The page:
Clarissa Harlowe; or the history of a young lady — Volume 8 eBook

This eBook from the Gutenberg Project consists of approximately 380 pages of information about Clarissa Harlowe; or the history of a young lady — Volume 8.

She nobly, not franticly, resents:  refuses to see or to marry the wretch; who, repenting his usage of so divine a creature, would fain move her to forgive his baseness, and make him her husband:  and this, though persecuted by all her friends, and abandoned to the deepest distress, being obliged, from ample fortunes, to make away with her apparel for subsistence; surrounded also by strangers, and forced (in want of others) to make a friend of the friend of her seducer.

Though longing for death, and making all proper preparations for it, convinced that grief and ill usage have broken her noble heart, she abhors the impious thought of shortening her allotted period; and, as much a stranger to revenge as despair, is able to forgive the author of her ruin; wishes his repentance, and that she may be the last victim to his barbarous perfidy:  and is solicitous for nothing so much in this life, as to prevent vindictive mischief to and from the man who used her so basely.

This is penitence!  This is piety!  And hence distress naturally arises, that must worthily effect every heart.

Whatever the ill usage of this excellent woman is from her relations, she breaks not out into excesses:  she strives, on the contrary, to find reason to justify them at her own expense; and seems more concerned for their cruelty to her for their sakes hereafter, when she shall be no more, than for her own:  for, as to herself, she is sure, she says, God will forgive her, though no one on earth will.

On every extraordinary provocation she has recourse to the Scriptures, and endeavours to regulate her vehemence by sacred precedents.  ’Better people, she says, have been more afflicted than she, grievous as she sometimes thinks her afflictions:  and shall she not bear what less faulty persons have borne?’ On the very occasion I have mentioned, (some new instances of implacableness from her friends,) the enclosed meditation will show how mildly, and yet how forcibly, she complains.  See if thou, in the wicked levity of thy heart, canst apply it to thy cause, as thou didst the other.  If thou canst not, give way to thy conscience, and that will make the properest application.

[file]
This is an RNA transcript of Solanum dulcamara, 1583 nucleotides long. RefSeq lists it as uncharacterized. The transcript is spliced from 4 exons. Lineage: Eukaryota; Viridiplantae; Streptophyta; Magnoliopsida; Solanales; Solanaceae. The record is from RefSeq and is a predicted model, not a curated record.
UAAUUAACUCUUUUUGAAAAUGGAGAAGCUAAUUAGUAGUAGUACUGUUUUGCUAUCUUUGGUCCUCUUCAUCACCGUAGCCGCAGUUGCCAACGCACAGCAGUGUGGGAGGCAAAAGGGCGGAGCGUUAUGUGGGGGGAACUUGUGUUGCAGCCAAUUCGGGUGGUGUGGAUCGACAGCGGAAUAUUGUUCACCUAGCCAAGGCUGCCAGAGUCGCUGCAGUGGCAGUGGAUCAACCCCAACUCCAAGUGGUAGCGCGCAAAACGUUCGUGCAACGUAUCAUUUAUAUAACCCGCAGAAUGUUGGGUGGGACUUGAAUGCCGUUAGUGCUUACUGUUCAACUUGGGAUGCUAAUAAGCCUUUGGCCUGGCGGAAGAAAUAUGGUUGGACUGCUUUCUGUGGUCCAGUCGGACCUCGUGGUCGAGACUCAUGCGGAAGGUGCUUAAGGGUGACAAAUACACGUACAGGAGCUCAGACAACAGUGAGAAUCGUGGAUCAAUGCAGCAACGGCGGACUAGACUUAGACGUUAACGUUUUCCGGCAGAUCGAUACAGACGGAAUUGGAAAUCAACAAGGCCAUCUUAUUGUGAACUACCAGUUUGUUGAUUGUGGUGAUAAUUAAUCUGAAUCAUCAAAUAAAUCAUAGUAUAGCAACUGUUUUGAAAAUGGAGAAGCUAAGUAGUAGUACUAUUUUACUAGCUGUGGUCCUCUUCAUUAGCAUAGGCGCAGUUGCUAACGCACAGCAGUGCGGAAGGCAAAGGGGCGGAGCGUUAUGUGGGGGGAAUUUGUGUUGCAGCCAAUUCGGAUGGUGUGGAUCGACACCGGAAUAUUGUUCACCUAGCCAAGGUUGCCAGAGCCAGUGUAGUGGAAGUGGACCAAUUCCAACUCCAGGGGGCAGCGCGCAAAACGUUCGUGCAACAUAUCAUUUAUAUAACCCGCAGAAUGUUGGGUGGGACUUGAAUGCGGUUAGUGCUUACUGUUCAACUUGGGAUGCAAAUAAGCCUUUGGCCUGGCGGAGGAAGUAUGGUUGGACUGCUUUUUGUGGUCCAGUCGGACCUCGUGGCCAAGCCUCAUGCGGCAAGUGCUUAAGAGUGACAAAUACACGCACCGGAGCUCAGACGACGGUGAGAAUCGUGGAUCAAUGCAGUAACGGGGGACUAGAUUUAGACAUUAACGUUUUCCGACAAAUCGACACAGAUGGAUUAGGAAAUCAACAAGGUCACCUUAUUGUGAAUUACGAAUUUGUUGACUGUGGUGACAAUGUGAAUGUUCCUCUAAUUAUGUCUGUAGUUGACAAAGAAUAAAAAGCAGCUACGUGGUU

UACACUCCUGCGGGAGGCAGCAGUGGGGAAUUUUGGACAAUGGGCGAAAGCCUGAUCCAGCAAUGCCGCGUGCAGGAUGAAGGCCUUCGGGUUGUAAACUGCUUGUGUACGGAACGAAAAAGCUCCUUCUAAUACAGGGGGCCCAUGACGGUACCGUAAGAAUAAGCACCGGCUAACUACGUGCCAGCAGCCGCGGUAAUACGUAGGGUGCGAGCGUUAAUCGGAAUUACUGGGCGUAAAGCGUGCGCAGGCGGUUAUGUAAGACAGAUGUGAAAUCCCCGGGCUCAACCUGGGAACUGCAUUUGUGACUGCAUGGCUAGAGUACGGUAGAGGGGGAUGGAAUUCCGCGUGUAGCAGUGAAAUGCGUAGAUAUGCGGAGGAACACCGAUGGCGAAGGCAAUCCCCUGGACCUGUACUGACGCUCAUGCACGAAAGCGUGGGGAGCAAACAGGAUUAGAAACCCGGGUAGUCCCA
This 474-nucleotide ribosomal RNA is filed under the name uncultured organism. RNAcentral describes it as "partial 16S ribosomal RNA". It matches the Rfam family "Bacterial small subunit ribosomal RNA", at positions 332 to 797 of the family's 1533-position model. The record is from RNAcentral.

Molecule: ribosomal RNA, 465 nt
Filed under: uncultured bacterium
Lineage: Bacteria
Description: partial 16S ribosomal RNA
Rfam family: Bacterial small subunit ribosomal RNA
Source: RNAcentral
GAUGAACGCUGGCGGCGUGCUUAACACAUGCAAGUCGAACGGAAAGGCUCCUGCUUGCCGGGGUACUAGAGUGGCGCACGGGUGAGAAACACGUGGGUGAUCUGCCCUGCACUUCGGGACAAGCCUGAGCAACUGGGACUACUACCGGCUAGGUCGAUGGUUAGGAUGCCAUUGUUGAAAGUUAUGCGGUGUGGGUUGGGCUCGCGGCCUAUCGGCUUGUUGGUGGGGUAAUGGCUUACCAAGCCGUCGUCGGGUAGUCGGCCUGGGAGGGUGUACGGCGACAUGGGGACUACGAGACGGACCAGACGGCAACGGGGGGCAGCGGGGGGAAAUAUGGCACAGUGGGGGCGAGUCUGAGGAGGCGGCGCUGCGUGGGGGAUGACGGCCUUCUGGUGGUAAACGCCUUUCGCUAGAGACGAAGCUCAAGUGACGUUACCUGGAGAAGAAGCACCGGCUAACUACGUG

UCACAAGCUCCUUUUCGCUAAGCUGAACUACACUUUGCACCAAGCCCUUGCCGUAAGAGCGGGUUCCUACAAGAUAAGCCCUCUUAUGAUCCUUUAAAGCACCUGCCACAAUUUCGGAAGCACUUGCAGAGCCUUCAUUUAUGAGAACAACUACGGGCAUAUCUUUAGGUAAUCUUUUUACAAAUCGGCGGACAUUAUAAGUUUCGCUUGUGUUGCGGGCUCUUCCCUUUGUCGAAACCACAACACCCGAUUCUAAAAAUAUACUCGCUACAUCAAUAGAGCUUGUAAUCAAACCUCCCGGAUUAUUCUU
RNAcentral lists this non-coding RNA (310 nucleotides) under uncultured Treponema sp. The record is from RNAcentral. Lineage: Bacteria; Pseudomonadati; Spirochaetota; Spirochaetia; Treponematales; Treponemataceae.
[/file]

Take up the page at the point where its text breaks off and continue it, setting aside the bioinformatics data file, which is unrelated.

How long will ye vex my soul, and break me in pieces with words!

Be it indeed that I have erred, mine error remaineth with myself.

To her that is afflicted, pity should be shown from her friend.

But she that is ready to slip with her feet, is as a lamp despised in the thought of them that are at ease.

There is a shame which bringeth sin, and there is a shame which bringeth glory and grace.

Have pity upon me, have pity upon me, O ye, my friends! for the hand of God hath touched me.

If your soul were in my soul’s stead, I also could speak as ye do:  I could heap up words against you—­

But I would strengthen you with my mouth, and the moving of my lips should assuage your grief.

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Clarissa Harlowe; or the history of a young lady — Volume 8 from Project Gutenberg. Public domain.
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